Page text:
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Kotlin iterate through everyday in this year

The below `everyday in this year 2017` is not a pseudocode, but a real Kotlin code!! So natural isn’t it?

for (everyday in this year 2017) {
     // do some with everyday
}

It is actually an iterator that iterates through through custom Date type. I’ll explain how it is done below… enjoy…

Defining this year 2017

In Kotlin, we have something called infix for a function, which allow one to omit the . and parenthesis () when calling a function of a class.

The above code of this year 2017 is actually a function with the name year that received an integer argument 2017. The function is defined within a class (represented by this). It supposed to look like this.year(2017). But it is declared with infix as below within a class. Hence we can change it to this year 2017.

private infix fun year(year: Int)

If is unfortunate we can’t omit the this keyword in this case. By definition, infix call has to goes in between the receiver class and it’s argument.

What does the function do?

Well, the function is as below. It returns a range of dates from Jan 1 till Dec 31.

private infix fun year(year: Int): DateRange {
    return Date(year, 1, 1)..Date(year, 12, 31)
}

The .. is another cool operator that define a range of two value. How could you achieved this? It is explained in my blog in Amused by .. and in operators in Kotlin.

Defining everyday

The everyday is a Custom Date type variable that I setup as per my previous blog.

class Date (val year: Int, val month: Int, val day: Int) 
     : Comparable<Date> {
    override operator fun compareTo(other: Date): Int {
        // Refers to the blog for the comparison detail
       return 0
    }
    operator fun rangeTo(that: Date) = DateRange(this, that)
}

However, to make it slightly better, let’s ensure the Date can only contain validate date.

Days of each month

To do that, let’s start by defining the valid total days of each month. I add a private function for that purpose as below. Here I use the wonderful when operator of Kotlin. (Look how concise the code is!)

private fun daysInMonth(month: Int, year: Int): Int {
    return when (month) {
        4, 6, 9, 11 -> 30
        2 -> if (leapYear(year)) 29 else 28
        else -> 31
    }
}

Not forgetting in a leap year, we have 29 days in February. So to know a leap year or not, another private function is added as below

private fun leapYear(year: Int) = year % 4 == 0

Date validation

Now we have dayInMonth function, we could now validate a given date during it’s construction by setting it in the init function.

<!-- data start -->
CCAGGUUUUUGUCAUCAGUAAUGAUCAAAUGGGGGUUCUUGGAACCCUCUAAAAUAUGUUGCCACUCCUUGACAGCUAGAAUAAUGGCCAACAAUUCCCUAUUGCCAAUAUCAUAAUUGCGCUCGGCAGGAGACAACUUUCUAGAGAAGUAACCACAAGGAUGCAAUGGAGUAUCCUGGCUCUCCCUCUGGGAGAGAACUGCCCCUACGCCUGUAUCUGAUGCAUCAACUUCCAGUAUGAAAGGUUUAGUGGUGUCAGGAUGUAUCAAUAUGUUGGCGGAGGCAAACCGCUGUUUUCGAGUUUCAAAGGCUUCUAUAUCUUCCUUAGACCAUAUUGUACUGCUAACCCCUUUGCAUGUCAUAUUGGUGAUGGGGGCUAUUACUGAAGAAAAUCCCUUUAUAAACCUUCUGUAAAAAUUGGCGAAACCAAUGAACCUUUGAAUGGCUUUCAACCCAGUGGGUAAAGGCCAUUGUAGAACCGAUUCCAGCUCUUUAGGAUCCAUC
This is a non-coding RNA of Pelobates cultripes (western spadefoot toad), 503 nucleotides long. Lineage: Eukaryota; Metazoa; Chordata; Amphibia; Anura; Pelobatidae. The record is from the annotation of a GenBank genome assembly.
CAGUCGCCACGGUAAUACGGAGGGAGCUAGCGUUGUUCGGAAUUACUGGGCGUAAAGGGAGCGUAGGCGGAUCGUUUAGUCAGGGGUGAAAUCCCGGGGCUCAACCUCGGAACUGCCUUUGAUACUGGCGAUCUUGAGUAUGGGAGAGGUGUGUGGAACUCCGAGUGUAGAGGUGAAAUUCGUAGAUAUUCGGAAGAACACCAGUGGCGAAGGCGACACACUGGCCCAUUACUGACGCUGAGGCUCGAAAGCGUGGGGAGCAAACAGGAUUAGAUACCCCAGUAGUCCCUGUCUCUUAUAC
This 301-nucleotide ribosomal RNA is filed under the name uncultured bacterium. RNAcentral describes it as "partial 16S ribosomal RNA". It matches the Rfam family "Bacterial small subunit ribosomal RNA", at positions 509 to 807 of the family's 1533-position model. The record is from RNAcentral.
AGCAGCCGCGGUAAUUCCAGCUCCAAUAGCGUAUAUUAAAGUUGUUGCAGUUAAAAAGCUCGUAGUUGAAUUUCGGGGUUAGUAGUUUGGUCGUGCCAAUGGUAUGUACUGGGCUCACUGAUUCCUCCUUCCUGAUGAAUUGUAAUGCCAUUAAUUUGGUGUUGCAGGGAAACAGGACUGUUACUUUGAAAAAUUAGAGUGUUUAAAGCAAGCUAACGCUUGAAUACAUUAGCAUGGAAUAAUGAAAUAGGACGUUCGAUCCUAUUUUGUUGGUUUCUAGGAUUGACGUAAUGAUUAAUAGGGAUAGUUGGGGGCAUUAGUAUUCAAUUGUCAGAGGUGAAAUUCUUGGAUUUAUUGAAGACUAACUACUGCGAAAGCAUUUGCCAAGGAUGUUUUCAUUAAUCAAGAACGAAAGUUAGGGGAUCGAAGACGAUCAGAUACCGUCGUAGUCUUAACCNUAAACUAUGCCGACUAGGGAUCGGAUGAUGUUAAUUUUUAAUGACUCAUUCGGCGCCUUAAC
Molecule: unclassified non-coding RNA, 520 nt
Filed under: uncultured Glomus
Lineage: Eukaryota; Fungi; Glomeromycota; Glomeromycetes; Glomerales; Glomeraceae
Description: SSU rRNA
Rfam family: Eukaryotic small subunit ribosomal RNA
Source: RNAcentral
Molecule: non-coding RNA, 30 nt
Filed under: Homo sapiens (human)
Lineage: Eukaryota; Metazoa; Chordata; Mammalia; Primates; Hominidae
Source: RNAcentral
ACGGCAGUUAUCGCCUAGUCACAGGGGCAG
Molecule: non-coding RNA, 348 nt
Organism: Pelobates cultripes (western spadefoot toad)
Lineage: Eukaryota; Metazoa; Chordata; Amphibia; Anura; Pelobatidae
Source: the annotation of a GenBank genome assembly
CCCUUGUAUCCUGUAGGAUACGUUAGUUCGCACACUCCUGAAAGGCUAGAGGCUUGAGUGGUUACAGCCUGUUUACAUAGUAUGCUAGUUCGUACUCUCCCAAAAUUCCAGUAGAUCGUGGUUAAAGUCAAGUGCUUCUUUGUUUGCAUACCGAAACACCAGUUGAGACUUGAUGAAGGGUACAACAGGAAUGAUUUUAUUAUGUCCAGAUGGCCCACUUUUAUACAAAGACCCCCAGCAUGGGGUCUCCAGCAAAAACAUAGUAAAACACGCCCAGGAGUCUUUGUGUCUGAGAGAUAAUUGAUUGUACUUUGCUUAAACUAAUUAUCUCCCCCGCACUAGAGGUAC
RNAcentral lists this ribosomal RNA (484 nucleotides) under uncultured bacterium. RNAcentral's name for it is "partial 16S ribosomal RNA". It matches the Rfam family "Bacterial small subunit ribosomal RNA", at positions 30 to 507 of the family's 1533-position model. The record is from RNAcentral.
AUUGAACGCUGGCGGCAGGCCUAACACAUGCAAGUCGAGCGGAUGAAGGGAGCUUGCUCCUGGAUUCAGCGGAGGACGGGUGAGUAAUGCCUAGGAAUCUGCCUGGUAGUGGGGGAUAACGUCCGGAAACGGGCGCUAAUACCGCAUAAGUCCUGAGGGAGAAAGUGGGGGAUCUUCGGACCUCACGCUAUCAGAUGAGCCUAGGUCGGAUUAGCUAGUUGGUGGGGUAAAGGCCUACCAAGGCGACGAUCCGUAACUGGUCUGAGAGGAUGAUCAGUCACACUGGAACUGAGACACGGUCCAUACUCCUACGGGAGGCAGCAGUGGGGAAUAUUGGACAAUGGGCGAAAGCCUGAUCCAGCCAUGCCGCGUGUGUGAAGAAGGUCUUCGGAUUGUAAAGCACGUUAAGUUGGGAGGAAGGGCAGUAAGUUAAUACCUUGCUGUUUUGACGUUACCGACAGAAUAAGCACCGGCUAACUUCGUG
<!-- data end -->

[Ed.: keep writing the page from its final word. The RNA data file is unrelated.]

companion object {
    const val MONTHS_IN_A_YEAR = 12
}

init {
    if (month > MONTHS_IN_A_YEAR || month <  0) {
        throw IllegalStateException
           ("Month must between 1 - $MONTHS_IN_A_YEAR")
    }
    if (day > daysInMonth(month, year)) {
        throw IllegalStateException
           ("Day $day not valid in month $month of year $year")
    }
}

Iterating Date

We now have the everyday and this year 2017 for

everyday in this year 2017 

The missing part is the in operator. Note this in is different from the contains operator in that is defined in my previous blog. The in here is an operator that works on the iterable object.

Making DateRange Iterable

Given that the in operator is used on the DateRange, we have to make the DateRange an Iterable<Date> object. The Iterable needs to overload iterator() operator as below. The overload function just return the DateIterator<Date> that enables the one to iterate through the Dates

class DateRange(override val start: Date, 
    override val endInclusive: Date)
    : ClosedRange<Date>, Iterable<Date> {
    override fun iterator(): Iterator<Date> {
        return DateIterator(start, endInclusive)
    }
}

Well, we don’t have the DateIterator<Date> class defined yet, let’s do it below.

Defining DateIterator Type

The DateIterator, has to implement from the Iterator interface (with the Date type). It will have to override the hasNext and next function of Iterator with the appropriate operators on Date object.

class DateIterator(start: Date, private val endInclusive: Date)
    : Iterator<Date> {
    
    private var current = start

    override fun hasNext(): Boolean {
        return current <= endInclusive
    }

    override fun next(): Date {
        return current++
    }
}

The operators overloading

The comparator operator (i.e. <= operator) overload has been defined in my previous blog.

However, we still miss out the inc operator i.e. ++. Let’s define it under the Date class as below (again the powerful when).

operator fun inc(): Date {
    return when {
        (day < daysInMonth(month, year)) 
             -> Date(year, month, day+1)
        (month < MONTHS_IN_A_YEAR) 
             -> Date(year, month + 1, 1)
        else -> Date(year + 1, 1, 1)
    }
}

All Done…

With the above, you could now use the below to iterate through date within a given year easily, with such a humanly readable code :)

for (everyday in this year 2017) {
    // do some with everyday
}

Check out the complete code at https://gist.github.com/elye/5c107e9c8e9121d785f4ddfa103f5808

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